Mobile is the next great frontier for ECM. It's also going to be incredibly disruptive. Here's why.
Managing Enterprise Content Management
Vendors have traditionally taken a heavy-handed approach to the "management" part of ECM, locking down content and dictating its movement through highly structured workflows. This made sense in the client-server paradigm, where security meant keeping information and collaboration within the firewall.
But over the last few years, the needs of today's organizations have changed dramatically: the workplace has exploded beyond the office walls, and workers increasingly need to be able to access and share crucial business content from anywhere, on any device.
To help realize the vision of the mobile workforce, ECM vendors need to fundamentally rethink their philosophy on what it means to "manage," building platforms that enable -- rather than restrict -- the extensibility of content.
The Demand for Mobile is Everywhere
The demand for mobile access to business tools and information is coming from the bottom-up and top-down -- users and IT departments alike are seeking solutions that extend securely beyond the desktop. Knowledge workers naturally expect the devices that they use in their personal lives -- iPhone, Android, Blackberry -- to facilitate productivity at work.
Forrester estimates that by the end of 2010, 30% of employees will have downloaded at least one business application on to a smartphone they use for work. Forward-thinking IT departments are also looking to enable a more mobile workforce: approximately half of North American and European companies support a multiplatform mobile strategy, so while Blackberry is still the dominant device when it comes to IT endorsement, platforms like iOS, Android and Windows Mobile are rapidly gaining a legitimate foothold in the enterprise.
What Does This Mean for ECM Vendors?
It means that vendors that do not embrace mobile are out of step with a massive transformation taking place in the enterprise, and those that do will have a significant competitive advantage. And given the explosion of different device types being adopted by prosumers and supported by innovative IT departments, having a mobile strategy that's limited to a single platform -- for instance, if SharePoint were only to support Windows Mobile -- is not going to cut it.
The winning solutions will be platform agnostic, catering to the heterogenity of devices in today's and tomorrow's organizations. When making technology purchasing decisions, IT departments are already beginning to evaluate software solutions beyond their desktop capabilities. Across software categories, solutions like Yammer, GoToMeeting, Salesforce, Jive and Logmein are all offering customized mobile applications -- given the central role that content plays in all business activities, it is absolutely imperative that ECM solutions follow suit.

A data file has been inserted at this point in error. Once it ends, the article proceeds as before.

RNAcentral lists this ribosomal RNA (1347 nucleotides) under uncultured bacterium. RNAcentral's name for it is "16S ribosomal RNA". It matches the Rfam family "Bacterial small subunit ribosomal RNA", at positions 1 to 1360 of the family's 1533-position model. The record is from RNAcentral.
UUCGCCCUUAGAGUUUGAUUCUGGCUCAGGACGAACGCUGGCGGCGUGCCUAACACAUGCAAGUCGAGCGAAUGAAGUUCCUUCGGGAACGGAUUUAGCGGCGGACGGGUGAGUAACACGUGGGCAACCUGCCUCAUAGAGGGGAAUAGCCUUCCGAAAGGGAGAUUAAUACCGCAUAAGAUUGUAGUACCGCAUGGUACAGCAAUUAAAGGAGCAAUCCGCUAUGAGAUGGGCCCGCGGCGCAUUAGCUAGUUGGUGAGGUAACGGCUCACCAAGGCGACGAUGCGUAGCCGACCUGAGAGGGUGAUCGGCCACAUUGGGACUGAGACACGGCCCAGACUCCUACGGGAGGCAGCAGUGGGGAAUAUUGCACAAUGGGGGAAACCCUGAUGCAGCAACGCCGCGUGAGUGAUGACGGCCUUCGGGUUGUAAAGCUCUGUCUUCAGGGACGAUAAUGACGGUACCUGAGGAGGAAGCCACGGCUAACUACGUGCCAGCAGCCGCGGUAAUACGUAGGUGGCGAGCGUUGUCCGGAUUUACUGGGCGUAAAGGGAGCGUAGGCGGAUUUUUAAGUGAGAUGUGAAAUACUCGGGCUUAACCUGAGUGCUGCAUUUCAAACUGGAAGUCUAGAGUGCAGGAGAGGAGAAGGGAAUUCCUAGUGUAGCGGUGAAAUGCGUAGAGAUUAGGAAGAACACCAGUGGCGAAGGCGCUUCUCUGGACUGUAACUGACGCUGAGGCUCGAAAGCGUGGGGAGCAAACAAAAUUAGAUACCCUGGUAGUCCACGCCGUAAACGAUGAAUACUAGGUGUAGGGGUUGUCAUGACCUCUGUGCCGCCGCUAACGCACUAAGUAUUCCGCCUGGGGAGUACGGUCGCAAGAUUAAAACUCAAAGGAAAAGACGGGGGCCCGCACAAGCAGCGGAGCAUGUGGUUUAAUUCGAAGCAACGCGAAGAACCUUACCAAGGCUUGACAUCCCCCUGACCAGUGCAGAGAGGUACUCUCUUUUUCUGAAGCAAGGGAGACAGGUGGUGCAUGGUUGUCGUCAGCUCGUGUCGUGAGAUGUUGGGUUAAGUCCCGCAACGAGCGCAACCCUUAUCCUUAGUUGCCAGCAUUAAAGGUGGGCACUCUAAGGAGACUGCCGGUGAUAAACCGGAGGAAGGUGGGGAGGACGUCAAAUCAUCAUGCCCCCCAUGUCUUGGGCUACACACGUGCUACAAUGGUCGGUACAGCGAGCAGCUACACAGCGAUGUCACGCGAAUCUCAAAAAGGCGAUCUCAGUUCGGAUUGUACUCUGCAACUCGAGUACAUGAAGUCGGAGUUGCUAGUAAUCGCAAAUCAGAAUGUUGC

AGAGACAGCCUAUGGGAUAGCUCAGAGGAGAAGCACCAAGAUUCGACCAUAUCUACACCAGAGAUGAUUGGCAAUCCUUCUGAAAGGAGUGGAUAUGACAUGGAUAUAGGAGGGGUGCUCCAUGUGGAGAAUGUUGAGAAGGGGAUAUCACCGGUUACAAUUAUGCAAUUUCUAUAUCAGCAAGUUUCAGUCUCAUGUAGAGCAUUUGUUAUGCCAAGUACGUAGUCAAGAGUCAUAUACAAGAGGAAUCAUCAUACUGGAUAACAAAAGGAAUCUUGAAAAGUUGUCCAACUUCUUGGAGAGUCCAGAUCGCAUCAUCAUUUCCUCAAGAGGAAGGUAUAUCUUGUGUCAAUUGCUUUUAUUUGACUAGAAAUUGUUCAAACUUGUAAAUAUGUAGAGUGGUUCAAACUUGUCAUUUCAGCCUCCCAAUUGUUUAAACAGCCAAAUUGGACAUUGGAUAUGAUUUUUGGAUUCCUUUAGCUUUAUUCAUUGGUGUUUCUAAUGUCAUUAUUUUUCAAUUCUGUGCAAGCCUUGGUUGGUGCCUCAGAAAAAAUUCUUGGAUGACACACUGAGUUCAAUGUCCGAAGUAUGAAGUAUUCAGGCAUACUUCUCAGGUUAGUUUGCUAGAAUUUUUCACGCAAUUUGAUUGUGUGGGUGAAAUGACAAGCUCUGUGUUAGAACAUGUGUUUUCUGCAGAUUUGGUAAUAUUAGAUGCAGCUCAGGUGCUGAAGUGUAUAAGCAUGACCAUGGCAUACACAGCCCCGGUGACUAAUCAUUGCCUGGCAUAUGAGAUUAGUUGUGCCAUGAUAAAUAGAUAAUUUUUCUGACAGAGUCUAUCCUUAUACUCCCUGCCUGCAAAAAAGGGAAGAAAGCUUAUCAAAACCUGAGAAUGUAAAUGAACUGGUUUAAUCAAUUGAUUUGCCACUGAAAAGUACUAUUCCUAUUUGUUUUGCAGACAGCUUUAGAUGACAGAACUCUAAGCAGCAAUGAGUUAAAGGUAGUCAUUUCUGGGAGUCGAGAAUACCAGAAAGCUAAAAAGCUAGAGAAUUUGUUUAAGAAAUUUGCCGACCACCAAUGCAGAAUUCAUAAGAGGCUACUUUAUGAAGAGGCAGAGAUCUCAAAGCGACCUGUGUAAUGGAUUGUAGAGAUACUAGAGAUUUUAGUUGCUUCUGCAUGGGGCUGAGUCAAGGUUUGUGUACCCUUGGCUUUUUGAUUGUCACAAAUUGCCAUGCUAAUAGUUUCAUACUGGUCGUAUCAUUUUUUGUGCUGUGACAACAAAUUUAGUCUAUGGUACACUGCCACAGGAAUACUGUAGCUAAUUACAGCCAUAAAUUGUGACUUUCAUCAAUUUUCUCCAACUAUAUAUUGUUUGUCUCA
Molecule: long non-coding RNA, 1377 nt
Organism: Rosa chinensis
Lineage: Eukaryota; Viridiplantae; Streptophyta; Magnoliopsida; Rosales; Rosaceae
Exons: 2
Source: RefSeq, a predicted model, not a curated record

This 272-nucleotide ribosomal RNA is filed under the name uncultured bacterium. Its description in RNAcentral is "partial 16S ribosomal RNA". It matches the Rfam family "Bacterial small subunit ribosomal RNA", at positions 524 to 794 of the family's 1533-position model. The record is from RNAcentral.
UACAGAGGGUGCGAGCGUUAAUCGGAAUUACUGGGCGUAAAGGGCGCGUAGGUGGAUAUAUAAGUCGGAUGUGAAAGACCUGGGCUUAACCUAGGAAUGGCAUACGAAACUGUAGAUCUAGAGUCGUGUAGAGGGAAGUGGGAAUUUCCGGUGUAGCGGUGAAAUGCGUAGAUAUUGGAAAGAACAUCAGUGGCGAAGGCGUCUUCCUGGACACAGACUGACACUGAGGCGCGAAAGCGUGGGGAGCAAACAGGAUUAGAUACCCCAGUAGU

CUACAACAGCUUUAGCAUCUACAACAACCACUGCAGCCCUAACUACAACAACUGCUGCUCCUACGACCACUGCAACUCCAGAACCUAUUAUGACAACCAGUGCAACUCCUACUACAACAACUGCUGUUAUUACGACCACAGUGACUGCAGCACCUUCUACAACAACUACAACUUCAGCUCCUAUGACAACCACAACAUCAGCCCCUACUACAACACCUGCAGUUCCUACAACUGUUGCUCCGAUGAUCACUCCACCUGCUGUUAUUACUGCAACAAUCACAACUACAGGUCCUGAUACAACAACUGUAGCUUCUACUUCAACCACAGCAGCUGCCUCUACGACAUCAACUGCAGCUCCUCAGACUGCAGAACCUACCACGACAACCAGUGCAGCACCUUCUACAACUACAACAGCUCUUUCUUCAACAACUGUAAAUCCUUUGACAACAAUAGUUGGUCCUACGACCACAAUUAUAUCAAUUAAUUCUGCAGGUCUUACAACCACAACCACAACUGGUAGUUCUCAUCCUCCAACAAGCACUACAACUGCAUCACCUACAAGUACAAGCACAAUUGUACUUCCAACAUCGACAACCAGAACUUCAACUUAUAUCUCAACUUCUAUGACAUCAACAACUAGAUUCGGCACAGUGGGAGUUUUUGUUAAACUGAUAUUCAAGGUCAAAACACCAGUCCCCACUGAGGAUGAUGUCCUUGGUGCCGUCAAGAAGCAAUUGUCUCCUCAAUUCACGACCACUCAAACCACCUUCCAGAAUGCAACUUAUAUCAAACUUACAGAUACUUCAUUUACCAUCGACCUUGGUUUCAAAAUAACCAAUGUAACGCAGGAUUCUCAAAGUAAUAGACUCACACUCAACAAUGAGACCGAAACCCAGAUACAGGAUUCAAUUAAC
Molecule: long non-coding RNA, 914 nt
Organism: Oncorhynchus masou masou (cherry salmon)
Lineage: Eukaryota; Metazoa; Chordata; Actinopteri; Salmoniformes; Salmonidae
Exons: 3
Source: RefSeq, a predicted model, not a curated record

The New Challenge for ECM
Here's the challenge: as mentioned earlier, traditional ECM systems have been built to control content, not extend it. Furthermore, feature-bloated platforms that are tied to on-premise servers won't translate well to a mobile environment, where users require a streamlined, digestible presentation of information that can be accessed in the fewest taps.
This is a problem, but it's also an incredible opportunity to rethink and redesign how content is presented and consumed. Across software categories, the mobile phone's form and inherent size limitations are helping to accelerate a broader shift from cumbersome, overloaded platforms to more streamlined, user-friendly and sexier business applications.
When designing for a mobile environment, vendors need to decide which functionalities are most important to the mobile worker, making it easy for users to access, share and collaborate around content. They should think about how content is presented and surfaced -- is a lengthy file hierarchy useful, or will a real-time newsfeed of the latest content and collaboration activities better surface information?
Mobile + ECM + Cloud
Mobile devices are also a huge driving force for cloud technologies, because they're the device category that makes the cloud absolutely necessary. We are closer to the promise of the mobile workforce than ever before, with near-ubiquitous internet access and a broad array of sophisticated mobile devices, and cloud-based software solutions that don't rely on local storage and are extensible to mobile devices are the last crucial piece. Cloud content management solutions that support mobile platforms will eradicate local storage issues, and with open platforms also offer limitless possibilities for integrations with mobile productivity suites like QuickOffice, or CRM solutions like Salesforce mobile.
Mobility is the next great frontier for ECM, but it means that vendors will need to create more streamlined, simplified and user-friendly interfaces. It demands that they become platform agnostic, even at the risk of offending their own ecosystems. And it requires a new form of delivery: ECM vendors are just now embracing the cloud; going "all in" will be essential to offering a meaningful mobile strategy that empowers a truly mobile workforce.
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